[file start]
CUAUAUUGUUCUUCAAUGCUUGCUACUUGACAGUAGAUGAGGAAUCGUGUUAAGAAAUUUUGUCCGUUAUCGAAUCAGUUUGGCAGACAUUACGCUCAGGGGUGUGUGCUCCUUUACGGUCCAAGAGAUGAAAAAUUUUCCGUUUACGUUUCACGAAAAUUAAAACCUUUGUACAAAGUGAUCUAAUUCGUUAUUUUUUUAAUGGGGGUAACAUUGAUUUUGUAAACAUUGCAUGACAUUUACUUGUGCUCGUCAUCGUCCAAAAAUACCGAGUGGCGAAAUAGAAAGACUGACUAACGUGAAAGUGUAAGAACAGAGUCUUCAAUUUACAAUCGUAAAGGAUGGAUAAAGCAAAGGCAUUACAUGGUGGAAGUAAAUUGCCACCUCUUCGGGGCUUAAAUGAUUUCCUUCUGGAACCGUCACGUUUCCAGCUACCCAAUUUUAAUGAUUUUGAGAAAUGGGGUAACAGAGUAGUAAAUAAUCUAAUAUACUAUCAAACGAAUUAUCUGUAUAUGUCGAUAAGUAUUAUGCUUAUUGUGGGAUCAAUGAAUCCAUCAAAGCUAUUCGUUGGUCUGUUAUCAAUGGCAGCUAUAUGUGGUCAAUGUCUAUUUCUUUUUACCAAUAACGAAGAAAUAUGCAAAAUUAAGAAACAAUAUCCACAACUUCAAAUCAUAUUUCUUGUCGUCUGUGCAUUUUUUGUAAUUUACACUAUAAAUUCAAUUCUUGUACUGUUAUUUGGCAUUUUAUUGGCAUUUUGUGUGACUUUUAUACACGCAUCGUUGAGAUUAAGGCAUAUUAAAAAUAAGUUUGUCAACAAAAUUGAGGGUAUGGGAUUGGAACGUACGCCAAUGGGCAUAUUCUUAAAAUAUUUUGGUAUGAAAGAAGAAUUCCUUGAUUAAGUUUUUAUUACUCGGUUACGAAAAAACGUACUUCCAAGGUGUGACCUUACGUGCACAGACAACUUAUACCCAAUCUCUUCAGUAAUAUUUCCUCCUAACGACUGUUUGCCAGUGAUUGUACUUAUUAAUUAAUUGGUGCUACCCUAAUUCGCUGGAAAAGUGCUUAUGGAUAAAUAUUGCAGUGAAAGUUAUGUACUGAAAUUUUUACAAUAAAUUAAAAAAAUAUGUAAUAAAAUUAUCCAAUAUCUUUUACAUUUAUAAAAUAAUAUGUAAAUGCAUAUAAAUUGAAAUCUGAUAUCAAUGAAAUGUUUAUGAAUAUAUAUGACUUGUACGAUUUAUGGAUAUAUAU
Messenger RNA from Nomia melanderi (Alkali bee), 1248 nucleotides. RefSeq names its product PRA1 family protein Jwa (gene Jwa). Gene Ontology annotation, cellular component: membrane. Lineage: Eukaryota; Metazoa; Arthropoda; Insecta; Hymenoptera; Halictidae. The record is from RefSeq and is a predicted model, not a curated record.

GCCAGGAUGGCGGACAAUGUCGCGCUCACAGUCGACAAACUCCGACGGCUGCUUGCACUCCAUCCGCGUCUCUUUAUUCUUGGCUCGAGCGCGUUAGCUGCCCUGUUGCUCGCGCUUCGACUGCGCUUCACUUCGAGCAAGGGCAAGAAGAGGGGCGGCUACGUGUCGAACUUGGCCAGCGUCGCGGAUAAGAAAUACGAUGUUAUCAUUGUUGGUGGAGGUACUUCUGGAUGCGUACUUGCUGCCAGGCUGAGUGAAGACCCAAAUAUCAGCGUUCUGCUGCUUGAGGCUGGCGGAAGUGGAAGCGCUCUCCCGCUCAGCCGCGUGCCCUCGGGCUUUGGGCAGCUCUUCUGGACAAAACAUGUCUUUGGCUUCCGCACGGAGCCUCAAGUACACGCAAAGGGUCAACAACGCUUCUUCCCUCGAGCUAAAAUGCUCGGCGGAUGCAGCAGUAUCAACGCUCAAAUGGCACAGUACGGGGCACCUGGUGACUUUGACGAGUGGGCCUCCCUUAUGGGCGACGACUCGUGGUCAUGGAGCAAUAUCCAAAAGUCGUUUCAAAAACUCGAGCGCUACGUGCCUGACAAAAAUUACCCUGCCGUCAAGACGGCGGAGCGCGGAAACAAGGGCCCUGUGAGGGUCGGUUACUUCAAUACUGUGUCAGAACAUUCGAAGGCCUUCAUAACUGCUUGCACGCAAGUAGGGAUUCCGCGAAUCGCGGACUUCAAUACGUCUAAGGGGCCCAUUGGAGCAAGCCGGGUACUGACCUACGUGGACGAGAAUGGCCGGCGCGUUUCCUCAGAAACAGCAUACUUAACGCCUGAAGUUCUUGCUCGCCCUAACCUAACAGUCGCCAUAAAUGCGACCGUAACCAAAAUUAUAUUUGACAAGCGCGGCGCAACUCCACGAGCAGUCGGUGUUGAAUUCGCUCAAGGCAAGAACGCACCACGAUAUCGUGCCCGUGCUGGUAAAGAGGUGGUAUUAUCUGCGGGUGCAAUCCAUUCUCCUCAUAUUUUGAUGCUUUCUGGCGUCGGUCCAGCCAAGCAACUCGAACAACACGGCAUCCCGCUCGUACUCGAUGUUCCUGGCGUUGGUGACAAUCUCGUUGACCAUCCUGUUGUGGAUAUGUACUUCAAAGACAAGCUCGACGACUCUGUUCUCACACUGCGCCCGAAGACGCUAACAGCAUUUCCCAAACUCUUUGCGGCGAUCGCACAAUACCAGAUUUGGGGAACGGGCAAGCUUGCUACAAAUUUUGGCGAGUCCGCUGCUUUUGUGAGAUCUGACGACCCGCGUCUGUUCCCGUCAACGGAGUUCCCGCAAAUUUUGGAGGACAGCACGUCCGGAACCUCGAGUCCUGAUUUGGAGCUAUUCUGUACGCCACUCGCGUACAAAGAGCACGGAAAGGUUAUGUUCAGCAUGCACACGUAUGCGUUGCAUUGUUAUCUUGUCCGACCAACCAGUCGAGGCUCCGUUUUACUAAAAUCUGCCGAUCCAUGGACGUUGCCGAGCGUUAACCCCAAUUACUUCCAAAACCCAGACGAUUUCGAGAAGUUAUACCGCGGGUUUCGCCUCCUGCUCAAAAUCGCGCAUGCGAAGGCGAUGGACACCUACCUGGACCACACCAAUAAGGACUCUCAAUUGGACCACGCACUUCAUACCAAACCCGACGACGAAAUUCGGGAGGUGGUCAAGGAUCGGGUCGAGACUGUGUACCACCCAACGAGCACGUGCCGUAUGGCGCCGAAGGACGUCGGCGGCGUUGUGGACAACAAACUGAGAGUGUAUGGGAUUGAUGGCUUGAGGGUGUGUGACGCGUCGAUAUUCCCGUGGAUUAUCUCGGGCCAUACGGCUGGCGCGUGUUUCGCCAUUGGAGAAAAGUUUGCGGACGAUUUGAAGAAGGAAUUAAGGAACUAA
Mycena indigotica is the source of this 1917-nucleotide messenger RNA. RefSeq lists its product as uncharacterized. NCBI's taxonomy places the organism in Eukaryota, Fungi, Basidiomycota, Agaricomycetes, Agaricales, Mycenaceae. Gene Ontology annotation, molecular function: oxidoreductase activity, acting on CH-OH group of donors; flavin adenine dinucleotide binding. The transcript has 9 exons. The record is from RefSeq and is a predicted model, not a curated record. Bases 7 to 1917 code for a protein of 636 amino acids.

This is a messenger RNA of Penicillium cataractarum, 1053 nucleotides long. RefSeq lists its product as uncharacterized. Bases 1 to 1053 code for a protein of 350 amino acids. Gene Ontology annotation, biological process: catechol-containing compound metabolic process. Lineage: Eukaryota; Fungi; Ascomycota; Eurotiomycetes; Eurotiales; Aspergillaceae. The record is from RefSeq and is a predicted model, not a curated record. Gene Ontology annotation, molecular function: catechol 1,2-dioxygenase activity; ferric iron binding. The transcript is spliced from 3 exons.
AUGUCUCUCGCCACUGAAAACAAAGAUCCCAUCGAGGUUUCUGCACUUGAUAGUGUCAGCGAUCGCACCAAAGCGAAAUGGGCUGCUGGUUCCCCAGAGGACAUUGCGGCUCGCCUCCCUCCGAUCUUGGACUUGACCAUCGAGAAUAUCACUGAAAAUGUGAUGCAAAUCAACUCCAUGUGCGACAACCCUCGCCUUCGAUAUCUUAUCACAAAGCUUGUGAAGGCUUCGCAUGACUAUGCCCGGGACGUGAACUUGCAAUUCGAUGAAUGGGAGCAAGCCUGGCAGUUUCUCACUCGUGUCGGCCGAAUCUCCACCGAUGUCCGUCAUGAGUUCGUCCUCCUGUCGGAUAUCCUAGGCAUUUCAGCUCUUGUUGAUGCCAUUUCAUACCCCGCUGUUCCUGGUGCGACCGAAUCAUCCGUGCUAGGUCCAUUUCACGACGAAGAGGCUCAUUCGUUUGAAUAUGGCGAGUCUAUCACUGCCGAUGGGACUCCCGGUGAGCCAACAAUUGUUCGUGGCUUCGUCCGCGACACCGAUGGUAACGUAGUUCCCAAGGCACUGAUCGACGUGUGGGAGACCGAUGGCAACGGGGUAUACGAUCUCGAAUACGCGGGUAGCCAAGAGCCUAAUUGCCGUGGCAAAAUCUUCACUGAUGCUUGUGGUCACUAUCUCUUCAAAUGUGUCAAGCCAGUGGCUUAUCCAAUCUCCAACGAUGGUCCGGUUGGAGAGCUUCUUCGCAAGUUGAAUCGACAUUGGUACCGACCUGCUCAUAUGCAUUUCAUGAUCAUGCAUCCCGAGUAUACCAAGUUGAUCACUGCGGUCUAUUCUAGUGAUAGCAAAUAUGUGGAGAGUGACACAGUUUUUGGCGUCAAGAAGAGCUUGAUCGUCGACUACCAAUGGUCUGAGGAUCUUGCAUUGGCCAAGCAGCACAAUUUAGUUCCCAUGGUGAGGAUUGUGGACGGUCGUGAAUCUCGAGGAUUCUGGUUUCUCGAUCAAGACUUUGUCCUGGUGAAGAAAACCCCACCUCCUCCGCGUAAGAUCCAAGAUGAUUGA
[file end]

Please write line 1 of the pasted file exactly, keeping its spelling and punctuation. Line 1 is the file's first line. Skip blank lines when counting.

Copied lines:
CUAUAUUGUUCUUCAAUGCUUGCUACUUGACAGUAGAUGAGGAAUCGUGUUAAGAAAUUUUGUCCGUUAUCGAAUCAGUUUGGCAGACAUUACGCUCAGGGGUGUGUGCUCCUUUACGGUCCAAGAGAUGAAAAAUUUUCCGUUUACGUUUCACGAAAAUUAAAACCUUUGUACAAAGUGAUCUAAUUCGUUAUUUUUUUAAUGGGGGUAACAUUGAUUUUGUAAACAUUGCAUGACAUUUACUUGUGCUCGUCAUCGUCCAAAAAUACCGAGUGGCGAAAUAGAAAGACUGACUAACGUGAAAGUGUAAGAACAGAGUCUUCAAUUUACAAUCGUAAAGGAUGGAUAAAGCAAAGGCAUUACAUGGUGGAAGUAAAUUGCCACCUCUUCGGGGCUUAAAUGAUUUCCUUCUGGAACCGUCACGUUUCCAGCUACCCAAUUUUAAUGAUUUUGAGAAAUGGGGUAACAGAGUAGUAAAUAAUCUAAUAUACUAUCAAACGAAUUAUCUGUAUAUGUCGAUAAGUAUUAUGCUUAUUGUGGGAUCAAUGAAUCCAUCAAAGCUAUUCGUUGGUCUGUUAUCAAUGGCAGCUAUAUGUGGUCAAUGUCUAUUUCUUUUUACCAAUAACGAAGAAAUAUGCAAAAUUAAGAAACAAUAUCCACAACUUCAAAUCAUAUUUCUUGUCGUCUGUGCAUUUUUUGUAAUUUACACUAUAAAUUCAAUUCUUGUACUGUUAUUUGGCAUUUUAUUGGCAUUUUGUGUGACUUUUAUACACGCAUCGUUGAGAUUAAGGCAUAUUAAAAAUAAGUUUGUCAACAAAAUUGAGGGUAUGGGAUUGGAACGUACGCCAAUGGGCAUAUUCUUAAAAUAUUUUGGUAUGAAAGAAGAAUUCCUUGAUUAAGUUUUUAUUACUCGGUUACGAAAAAACGUACUUCCAAGGUGUGACCUUACGUGCACAGACAACUUAUACCCAAUCUCUUCAGUAAUAUUUCCUCCUAACGACUGUUUGCCAGUGAUUGUACUUAUUAAUUAAUUGGUGCUACCCUAAUUCGCUGGAAAAGUGCUUAUGGAUAAAUAUUGCAGUGAAAGUUAUGUACUGAAAUUUUUACAAUAAAUUAAAAAAAUAUGUAAUAAAAUUAUCCAAUAUCUUUUACAUUUAUAAAAUAAUAUGUAAAUGCAUAUAAAUUGAAAUCUGAUAUCAAUGAAAUGUUUAUGAAUAUAUAUGACUUGUACGAUUUAUGGAUAUAUAU